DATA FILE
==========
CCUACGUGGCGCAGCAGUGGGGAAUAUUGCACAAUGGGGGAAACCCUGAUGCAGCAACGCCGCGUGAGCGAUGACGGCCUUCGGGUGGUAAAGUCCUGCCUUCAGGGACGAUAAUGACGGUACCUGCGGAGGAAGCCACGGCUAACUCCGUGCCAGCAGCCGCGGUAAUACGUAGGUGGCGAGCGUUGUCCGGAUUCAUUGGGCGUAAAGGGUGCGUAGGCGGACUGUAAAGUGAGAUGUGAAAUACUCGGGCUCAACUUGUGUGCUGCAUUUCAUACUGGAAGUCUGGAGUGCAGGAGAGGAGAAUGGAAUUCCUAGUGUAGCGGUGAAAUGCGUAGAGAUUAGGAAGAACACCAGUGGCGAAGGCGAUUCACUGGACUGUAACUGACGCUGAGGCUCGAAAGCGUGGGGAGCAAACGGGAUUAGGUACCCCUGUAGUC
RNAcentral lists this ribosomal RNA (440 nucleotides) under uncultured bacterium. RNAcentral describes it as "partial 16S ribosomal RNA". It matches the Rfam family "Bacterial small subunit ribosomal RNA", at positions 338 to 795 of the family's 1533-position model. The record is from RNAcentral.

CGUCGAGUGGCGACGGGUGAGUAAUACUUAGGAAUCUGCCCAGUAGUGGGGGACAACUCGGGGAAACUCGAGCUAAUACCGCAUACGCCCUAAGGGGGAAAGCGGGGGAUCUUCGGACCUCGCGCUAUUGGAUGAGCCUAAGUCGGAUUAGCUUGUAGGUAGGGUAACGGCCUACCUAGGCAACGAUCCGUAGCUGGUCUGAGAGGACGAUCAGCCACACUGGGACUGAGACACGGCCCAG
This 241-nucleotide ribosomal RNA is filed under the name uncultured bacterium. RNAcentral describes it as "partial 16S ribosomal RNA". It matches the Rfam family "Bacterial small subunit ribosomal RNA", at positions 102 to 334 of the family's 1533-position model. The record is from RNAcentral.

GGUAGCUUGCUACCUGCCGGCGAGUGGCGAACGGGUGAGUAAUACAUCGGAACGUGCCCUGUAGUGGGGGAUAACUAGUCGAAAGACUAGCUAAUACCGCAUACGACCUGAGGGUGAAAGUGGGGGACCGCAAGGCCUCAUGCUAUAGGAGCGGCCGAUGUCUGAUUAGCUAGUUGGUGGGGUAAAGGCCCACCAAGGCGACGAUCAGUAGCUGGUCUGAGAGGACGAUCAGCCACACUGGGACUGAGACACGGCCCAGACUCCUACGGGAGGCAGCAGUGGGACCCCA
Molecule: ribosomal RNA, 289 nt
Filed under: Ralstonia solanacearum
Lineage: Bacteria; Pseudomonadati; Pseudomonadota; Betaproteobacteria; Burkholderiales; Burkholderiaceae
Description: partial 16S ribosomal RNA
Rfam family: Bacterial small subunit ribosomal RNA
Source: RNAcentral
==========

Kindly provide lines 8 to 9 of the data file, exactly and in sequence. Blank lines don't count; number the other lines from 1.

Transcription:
Lineage: Bacteria; Pseudomonadati; Pseudomonadota; Betaproteobacteria; Burkholderiales; Burkholderiaceae
Description: partial 16S ribosomal RNA